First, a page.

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January 1990

The Hypertension Prevention Trial: Three-Year Effects of Dietary Changes on Blood Pressure

Author Affiliations

From the Hypertension Prevention Trial, National Heart, Lung, and Blood Institute, Bethesda, Md.

Arch Intern Med. 1990;150(1):153-162. doi:10.1001/archinte.1990.00390130131021

• A total of 841 healthy men and women aged 25 to 49 years, with diastolic blood pressures of 78 to 89 mm Hg, were randomly assigned to a control treatment group (no dietary counseling) or to one of four dietary counseling treatment groups (reduced calories, reduced sodium, reduced sodium and calories, or reduced sodium and increased potassium). Participants were followed for a 3-year period to assess the effect of dietary changes on blood pressure. After 6 months, counseling had resulted in a net (of control) mean overnight urinary sodium reduction of 13%, a potassium increase of 8%, and a decrease in mean body weight of 7%. At 3 years, the sodium and weight reductions were 10% and 4%, respectively; the potassium change was nil. All four dietary counseling treatment groups had lower mean blood pressures than the control group. The largest net reduction in blood pressure occurred in the calorie group: diastolic pressure was 2.8 mm Hg and 1.8 mm Hg and systolic pressure, 5.1 mm Hg and 2.4 mm Hg at 6 months and 3 years, respectively. All four dietary counseling treatment groups experienced fewer hypertensive events; significantly fewer occurred in the sodium groups. The beneficial effects on blood pressure achieved in this trial have implications for the prevention of cardiovascular disease through dietary reduction of calories and sodium.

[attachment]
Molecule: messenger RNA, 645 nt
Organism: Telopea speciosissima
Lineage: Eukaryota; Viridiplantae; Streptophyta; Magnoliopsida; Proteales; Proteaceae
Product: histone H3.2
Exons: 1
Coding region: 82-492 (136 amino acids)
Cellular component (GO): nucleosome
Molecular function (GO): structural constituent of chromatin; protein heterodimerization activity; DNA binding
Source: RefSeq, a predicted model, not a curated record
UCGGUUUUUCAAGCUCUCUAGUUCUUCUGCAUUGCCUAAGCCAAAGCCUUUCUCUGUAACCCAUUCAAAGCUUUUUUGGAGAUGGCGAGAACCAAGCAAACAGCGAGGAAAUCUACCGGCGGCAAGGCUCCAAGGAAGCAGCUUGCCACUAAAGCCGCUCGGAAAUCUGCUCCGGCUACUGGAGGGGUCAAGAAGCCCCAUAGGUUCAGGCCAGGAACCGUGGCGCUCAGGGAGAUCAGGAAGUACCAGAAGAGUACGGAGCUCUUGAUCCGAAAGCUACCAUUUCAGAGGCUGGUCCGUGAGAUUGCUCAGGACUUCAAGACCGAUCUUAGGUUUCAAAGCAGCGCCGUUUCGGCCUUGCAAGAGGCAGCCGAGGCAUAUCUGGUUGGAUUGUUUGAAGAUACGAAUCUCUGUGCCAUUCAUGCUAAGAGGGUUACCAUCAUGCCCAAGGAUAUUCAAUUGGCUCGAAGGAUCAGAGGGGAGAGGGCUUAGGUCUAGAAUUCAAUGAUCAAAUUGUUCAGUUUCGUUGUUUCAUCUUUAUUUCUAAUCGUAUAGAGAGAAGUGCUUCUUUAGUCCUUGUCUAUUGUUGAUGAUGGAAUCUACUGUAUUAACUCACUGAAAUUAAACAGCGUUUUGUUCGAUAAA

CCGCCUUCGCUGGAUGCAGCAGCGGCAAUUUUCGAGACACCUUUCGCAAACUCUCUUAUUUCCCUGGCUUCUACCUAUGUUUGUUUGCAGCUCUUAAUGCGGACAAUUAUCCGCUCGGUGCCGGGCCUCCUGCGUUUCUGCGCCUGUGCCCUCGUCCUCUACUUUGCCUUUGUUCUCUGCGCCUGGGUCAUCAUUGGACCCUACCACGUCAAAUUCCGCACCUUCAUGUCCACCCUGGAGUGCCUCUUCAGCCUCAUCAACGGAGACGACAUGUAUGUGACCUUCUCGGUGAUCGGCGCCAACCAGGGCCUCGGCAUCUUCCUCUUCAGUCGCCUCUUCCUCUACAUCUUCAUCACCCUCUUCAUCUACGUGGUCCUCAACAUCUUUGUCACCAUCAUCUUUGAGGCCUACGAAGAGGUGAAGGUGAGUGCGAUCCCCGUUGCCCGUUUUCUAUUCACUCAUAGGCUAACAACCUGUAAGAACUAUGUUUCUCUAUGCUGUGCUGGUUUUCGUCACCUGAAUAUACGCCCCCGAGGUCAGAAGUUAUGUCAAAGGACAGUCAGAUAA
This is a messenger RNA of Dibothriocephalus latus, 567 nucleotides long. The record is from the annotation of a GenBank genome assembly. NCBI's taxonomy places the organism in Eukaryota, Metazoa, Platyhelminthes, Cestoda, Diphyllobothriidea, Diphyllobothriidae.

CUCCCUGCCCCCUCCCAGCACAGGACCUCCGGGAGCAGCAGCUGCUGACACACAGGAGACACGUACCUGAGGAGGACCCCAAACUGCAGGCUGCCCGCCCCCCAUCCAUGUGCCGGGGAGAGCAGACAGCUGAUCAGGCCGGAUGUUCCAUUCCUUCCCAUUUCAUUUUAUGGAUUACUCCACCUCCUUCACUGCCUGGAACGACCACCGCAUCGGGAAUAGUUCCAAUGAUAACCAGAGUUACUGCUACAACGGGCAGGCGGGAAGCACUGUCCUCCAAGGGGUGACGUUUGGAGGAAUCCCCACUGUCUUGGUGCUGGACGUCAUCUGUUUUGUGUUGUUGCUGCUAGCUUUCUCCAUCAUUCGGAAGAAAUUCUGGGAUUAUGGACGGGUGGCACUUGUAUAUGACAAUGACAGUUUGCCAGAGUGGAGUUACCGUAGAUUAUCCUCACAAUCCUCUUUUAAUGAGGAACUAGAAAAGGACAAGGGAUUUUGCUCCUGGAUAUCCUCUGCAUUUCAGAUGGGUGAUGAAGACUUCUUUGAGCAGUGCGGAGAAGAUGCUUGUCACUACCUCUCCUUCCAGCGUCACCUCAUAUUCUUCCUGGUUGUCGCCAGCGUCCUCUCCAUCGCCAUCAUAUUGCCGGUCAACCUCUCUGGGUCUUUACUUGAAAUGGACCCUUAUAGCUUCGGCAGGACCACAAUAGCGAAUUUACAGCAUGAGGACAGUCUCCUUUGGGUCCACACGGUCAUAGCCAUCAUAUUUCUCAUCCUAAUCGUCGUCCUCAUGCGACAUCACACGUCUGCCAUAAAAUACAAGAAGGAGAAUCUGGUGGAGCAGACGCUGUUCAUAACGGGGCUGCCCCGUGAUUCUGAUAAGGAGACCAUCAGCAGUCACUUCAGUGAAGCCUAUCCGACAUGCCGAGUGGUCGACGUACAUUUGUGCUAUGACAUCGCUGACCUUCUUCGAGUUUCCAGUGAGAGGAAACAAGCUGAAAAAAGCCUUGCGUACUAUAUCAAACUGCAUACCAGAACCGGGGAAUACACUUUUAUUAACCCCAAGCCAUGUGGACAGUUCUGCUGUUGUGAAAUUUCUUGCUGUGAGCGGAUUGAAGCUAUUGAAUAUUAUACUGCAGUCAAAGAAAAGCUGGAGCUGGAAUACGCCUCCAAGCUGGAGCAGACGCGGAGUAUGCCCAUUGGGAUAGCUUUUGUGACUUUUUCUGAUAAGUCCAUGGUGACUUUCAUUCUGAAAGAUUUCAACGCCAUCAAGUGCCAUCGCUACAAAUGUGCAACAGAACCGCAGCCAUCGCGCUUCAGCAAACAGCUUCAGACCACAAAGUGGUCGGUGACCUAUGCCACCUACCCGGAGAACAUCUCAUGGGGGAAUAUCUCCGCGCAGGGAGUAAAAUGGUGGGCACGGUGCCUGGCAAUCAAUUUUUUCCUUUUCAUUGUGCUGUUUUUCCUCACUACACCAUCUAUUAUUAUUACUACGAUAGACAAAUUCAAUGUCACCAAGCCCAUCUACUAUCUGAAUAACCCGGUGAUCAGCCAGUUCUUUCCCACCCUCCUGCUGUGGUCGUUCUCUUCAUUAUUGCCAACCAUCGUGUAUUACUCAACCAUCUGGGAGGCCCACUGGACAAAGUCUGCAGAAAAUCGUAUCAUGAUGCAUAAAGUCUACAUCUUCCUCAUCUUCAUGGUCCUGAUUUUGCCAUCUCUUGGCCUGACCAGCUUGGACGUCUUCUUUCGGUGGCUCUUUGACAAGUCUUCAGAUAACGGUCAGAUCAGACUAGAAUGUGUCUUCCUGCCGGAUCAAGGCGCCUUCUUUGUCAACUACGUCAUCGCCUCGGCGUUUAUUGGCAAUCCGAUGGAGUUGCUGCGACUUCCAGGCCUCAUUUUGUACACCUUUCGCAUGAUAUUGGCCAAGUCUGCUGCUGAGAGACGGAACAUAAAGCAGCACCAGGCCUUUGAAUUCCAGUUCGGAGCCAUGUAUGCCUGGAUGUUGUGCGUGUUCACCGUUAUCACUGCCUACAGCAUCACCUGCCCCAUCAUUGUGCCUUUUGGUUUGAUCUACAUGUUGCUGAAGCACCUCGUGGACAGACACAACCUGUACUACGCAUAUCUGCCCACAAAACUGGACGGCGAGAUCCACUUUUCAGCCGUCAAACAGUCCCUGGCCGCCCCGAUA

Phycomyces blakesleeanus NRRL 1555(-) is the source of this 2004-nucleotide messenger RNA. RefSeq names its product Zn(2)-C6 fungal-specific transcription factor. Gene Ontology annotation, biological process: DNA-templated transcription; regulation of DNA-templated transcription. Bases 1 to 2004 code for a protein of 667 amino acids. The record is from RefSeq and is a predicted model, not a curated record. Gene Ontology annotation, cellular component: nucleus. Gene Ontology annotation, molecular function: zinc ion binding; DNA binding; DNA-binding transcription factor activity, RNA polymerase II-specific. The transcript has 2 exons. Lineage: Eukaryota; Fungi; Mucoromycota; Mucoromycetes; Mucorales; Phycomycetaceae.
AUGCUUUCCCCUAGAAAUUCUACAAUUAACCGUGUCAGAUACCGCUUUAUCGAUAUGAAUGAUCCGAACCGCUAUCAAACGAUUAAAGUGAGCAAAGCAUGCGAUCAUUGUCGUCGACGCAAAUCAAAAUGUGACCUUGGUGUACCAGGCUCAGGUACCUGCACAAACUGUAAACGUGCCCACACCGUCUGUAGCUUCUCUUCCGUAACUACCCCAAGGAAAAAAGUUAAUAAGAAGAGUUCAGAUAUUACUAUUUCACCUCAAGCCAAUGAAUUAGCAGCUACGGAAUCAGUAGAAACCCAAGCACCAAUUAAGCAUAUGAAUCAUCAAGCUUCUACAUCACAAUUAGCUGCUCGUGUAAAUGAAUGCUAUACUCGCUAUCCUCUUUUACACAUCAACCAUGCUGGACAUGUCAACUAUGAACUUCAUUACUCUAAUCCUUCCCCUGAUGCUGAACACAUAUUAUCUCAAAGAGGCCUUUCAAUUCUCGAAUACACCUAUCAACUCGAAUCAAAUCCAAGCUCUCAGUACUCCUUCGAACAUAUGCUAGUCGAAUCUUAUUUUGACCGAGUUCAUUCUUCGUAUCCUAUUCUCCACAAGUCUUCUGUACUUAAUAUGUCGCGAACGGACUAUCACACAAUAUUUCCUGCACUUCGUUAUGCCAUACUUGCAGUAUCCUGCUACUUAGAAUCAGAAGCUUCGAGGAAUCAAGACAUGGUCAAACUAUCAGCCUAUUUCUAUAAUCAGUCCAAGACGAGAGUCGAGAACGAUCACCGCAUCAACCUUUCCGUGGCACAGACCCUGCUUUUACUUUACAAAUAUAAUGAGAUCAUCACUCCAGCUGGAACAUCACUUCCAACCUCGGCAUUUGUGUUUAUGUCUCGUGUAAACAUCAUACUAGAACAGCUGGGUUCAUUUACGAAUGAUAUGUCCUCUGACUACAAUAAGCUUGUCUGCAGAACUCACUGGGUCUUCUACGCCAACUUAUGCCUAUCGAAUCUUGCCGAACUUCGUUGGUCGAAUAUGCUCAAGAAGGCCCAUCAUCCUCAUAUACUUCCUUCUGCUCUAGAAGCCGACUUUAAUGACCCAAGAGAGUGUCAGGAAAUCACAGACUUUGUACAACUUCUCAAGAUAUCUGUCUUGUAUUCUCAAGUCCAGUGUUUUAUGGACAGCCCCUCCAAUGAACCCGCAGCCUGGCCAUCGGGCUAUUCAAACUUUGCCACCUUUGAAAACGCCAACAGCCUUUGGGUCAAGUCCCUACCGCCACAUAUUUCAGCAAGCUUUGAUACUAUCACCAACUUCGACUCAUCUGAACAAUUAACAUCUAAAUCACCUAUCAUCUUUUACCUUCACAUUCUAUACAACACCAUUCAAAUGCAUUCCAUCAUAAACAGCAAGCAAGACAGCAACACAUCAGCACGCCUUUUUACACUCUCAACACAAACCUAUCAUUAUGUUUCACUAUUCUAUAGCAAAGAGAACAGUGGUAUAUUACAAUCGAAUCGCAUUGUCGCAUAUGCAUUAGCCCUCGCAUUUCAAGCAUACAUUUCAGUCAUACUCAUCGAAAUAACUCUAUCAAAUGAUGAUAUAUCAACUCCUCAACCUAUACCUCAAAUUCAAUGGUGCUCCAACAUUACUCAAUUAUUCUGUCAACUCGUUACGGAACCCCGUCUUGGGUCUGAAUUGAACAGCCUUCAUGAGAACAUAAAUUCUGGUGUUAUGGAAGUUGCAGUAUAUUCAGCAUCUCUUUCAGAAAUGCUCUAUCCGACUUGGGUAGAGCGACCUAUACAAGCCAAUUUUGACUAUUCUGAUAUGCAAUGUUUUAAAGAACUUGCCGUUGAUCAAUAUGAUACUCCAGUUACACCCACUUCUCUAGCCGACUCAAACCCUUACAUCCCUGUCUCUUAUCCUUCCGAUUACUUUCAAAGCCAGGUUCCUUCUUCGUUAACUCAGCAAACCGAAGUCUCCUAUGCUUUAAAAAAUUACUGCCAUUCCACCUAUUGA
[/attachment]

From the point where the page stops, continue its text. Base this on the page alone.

(Arch Intern Med. 1990;150:153-162)

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